End-tidal carbon dioxide (PETCO2) monitoring is recommended as a basic standard of care and is helpful in adjusting mechanical ventilation. Gas solubility changes with temperature, which might affect the PaCO2 and thereby the gradient between PaCO2 and PETCO2 (PA-ETCO2) under hypothermic conditions. We investigated whether the PA-ETCO2 changes during mild to moderate hypothermia (36 degrees C-32 degrees C) using PaCO2 measured at 37 degrees C (uncorrected PaCO2) and PaCO2 corrected to actual body temperature. We preoperatively investigated 19 patients. After anesthesia had been induced, controlled ventilation was established to maintain normocarbia using constant uncorrected PaCO2 to adjust ventilation (alpha-stat acid-base regimen). Body core temperature was reduced without surgical intervention to 32 degrees C by surface cooling. Continuous PETCO2 was monitored with a mainstream PETCO2 module. The PA-ETCO2 was calculated using the uncorrected and corrected PaCO2 values. During body temperature reduction from 36 degrees C to 32 degrees C, the gradient between PETCO2 and uncorrected PaCO2 increased 2.5-fold, from 4.1 +/- 3.7 to 10.4 +/- 3.8 mm Hg (P < 0.002). The PA-ETCO2 remained unchanged when the corrected PaCO2 was used for the calculation. We conclude that when the alpha-stat acid-base regimen is used to adjust ventilation, the PA-ETCO2 calculated with the uncorrected PaCO2 increases and should be added to the differential diagnosis of widened PA-ETCO2. In contrast, when the corrected PaCO2 is used for the calculation of the PA-ETCO2, the PA-ETCO2 remains unaltered during hypothermia.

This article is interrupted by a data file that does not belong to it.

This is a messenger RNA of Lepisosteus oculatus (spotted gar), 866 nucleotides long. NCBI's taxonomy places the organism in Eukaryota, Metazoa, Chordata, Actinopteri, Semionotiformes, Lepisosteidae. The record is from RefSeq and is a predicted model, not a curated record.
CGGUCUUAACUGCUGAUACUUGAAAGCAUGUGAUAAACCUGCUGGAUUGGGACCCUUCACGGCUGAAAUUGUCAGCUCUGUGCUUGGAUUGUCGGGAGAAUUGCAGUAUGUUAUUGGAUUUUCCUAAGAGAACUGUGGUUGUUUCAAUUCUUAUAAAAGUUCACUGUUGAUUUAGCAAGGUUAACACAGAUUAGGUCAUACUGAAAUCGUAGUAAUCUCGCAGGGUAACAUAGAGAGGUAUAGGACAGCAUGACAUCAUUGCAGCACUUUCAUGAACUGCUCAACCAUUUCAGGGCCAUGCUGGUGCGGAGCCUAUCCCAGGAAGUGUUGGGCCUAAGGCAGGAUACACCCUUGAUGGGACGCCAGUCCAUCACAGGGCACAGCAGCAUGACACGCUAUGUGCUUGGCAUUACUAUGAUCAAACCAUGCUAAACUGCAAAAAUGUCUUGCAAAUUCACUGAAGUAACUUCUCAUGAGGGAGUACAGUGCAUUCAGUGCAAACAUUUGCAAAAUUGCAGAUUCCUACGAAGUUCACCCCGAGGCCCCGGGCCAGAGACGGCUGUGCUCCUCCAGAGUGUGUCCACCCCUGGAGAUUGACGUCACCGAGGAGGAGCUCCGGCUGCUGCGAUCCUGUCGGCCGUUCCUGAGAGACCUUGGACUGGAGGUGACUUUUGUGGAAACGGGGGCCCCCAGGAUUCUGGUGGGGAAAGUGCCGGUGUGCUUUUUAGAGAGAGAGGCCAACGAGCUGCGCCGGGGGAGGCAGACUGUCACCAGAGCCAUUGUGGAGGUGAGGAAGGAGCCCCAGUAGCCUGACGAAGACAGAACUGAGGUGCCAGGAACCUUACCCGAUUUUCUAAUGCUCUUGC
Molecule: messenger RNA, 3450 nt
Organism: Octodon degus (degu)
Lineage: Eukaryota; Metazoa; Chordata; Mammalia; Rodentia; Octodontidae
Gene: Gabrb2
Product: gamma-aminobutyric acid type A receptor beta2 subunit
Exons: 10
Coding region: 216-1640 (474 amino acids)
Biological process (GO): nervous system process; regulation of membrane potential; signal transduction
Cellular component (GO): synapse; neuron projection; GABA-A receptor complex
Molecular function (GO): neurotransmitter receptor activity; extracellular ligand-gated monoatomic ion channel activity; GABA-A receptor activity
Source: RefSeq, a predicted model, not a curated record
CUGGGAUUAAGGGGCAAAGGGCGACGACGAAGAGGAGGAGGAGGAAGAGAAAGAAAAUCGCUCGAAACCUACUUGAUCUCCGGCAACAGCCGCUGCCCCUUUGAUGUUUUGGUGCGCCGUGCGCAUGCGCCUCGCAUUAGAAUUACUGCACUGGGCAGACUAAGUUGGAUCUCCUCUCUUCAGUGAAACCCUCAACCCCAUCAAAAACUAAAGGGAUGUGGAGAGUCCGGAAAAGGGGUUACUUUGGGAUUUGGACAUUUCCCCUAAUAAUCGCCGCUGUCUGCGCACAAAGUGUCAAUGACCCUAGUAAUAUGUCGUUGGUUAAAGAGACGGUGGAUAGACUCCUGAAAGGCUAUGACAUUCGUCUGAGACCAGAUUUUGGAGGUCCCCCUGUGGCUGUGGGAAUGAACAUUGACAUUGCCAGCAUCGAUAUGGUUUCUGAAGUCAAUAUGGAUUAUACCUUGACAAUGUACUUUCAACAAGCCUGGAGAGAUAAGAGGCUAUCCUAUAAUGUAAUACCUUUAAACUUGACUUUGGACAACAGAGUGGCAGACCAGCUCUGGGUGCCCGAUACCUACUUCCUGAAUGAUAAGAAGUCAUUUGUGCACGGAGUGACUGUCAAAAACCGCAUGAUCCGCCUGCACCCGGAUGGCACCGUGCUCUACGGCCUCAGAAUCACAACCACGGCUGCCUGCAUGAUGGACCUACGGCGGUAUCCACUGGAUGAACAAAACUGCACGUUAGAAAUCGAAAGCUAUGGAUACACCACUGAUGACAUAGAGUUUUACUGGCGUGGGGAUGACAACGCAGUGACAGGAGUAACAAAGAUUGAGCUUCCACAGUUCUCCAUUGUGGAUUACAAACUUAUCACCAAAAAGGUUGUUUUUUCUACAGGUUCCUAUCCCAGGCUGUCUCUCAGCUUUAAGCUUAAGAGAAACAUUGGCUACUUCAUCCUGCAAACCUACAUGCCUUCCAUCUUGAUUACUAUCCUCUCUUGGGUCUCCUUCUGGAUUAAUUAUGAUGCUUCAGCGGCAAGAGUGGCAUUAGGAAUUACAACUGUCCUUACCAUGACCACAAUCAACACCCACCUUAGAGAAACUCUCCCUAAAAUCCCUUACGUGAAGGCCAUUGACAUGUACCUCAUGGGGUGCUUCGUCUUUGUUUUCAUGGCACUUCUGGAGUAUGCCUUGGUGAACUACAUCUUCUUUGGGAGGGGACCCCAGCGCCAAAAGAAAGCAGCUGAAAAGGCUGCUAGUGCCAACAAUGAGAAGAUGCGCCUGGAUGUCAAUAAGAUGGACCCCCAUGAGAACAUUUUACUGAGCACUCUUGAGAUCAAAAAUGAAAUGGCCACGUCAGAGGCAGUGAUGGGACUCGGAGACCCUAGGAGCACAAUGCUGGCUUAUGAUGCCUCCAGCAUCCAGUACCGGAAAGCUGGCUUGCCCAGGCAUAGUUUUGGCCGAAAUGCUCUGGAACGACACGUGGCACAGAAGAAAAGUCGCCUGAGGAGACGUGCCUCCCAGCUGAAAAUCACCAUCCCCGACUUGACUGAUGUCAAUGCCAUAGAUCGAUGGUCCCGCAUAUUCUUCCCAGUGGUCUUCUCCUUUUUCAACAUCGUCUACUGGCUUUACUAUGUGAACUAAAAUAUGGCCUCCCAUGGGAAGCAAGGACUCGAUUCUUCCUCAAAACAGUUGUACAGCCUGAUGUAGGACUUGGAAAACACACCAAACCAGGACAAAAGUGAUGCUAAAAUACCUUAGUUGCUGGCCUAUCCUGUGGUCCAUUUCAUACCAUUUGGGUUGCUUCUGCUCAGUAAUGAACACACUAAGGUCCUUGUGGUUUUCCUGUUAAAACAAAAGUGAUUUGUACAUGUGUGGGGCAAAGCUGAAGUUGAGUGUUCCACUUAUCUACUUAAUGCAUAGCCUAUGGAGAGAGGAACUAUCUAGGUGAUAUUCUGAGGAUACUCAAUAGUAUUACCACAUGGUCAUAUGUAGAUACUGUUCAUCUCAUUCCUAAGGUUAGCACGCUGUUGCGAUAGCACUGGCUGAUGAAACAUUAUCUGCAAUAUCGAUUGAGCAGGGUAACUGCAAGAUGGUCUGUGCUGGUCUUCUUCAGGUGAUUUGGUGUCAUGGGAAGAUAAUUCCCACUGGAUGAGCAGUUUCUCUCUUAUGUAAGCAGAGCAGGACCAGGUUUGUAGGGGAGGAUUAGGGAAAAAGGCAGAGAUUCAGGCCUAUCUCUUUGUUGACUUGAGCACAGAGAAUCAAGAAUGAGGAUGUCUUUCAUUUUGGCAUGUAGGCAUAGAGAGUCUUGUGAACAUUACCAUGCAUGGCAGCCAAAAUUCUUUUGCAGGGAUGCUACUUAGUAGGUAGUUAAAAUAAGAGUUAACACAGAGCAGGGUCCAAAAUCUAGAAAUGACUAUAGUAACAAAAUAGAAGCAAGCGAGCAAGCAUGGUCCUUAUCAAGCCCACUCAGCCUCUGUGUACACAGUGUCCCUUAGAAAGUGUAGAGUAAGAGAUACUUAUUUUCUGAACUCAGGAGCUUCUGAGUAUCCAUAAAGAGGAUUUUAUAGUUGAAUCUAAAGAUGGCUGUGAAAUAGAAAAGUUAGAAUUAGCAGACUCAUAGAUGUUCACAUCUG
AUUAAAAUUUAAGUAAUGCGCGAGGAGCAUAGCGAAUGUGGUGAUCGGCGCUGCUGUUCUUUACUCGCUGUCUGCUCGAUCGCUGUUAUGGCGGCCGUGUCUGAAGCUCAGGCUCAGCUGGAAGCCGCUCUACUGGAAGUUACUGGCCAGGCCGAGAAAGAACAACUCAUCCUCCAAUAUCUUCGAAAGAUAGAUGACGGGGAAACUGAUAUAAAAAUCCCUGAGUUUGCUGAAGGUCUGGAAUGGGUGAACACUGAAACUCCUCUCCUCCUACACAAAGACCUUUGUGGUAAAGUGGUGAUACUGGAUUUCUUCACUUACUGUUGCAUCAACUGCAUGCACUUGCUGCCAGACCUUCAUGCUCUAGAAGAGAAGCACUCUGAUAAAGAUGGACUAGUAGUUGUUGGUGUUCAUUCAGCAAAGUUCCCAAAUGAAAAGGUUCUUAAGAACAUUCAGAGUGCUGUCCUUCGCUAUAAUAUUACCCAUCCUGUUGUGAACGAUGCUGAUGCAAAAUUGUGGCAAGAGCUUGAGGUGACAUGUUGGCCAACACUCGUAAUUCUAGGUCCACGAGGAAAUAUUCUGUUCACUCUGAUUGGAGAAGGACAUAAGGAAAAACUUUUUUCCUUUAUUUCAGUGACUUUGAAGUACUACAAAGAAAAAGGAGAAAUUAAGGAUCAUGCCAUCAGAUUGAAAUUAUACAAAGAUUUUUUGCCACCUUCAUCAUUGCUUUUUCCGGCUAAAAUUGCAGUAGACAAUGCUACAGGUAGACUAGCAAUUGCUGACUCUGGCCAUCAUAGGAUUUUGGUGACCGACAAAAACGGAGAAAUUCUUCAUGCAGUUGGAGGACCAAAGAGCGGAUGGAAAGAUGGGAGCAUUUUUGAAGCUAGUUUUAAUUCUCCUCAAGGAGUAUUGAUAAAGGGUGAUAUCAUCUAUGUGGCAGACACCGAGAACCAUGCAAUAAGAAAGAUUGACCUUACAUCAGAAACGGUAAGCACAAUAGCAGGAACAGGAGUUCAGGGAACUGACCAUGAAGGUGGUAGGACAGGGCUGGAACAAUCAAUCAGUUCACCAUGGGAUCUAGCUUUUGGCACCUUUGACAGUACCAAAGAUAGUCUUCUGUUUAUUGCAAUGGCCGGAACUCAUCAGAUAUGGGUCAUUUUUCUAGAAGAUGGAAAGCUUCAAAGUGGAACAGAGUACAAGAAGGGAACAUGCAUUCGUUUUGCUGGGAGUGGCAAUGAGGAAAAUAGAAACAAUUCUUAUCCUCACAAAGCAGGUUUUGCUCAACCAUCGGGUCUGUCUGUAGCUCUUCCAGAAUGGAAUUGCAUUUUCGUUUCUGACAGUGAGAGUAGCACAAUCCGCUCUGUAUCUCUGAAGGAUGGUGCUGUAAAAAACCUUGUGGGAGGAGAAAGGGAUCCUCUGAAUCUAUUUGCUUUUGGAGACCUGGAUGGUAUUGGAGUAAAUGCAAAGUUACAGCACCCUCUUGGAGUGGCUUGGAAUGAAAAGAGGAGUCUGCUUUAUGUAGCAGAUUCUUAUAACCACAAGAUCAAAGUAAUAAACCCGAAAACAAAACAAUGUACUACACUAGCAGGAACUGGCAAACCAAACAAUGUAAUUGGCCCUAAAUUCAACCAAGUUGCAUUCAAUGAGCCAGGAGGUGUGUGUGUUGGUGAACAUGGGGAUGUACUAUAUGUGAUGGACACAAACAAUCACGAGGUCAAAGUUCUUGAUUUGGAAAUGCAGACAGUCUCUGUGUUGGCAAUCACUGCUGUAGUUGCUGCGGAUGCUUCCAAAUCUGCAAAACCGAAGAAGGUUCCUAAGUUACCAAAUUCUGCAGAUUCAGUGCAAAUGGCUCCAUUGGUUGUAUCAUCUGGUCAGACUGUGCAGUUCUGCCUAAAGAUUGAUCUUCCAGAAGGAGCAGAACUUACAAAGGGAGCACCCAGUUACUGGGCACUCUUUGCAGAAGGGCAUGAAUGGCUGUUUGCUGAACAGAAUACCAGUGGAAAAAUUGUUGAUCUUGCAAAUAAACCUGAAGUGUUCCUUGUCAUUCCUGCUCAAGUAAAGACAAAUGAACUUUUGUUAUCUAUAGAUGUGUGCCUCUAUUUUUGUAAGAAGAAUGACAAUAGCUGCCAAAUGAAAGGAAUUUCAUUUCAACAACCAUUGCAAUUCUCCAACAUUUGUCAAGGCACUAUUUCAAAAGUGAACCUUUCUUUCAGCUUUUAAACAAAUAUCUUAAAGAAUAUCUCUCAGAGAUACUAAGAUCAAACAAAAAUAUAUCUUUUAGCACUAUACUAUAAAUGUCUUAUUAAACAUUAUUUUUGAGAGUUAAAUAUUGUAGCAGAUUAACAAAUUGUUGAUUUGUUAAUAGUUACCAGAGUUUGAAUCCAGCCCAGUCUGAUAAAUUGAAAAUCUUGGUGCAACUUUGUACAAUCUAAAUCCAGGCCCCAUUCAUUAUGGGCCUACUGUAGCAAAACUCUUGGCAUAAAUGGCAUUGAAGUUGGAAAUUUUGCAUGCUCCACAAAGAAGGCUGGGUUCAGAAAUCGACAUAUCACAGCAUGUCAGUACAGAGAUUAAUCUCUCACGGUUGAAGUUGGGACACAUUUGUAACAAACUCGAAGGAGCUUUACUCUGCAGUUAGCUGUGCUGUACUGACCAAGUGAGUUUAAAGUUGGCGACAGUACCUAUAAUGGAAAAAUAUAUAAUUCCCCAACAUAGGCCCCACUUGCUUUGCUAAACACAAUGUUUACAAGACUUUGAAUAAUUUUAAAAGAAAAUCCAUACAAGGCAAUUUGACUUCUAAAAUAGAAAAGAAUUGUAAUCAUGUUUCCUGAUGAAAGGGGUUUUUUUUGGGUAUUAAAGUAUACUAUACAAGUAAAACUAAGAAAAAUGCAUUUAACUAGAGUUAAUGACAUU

Implications: We investigated the impact of induced hypothermia (36 degrees C-32 degrees C) on the gradient between PaCO2 and PETCO2 (PA-ETCO2). The PA-ETCO2 increased 2.5-fold when CO2 determinations were not temperature-corrected. Hypothermia should be added to the differential diagnosis of an increased PA-ETCO2 when the alpha-stat acid-base regimen is used.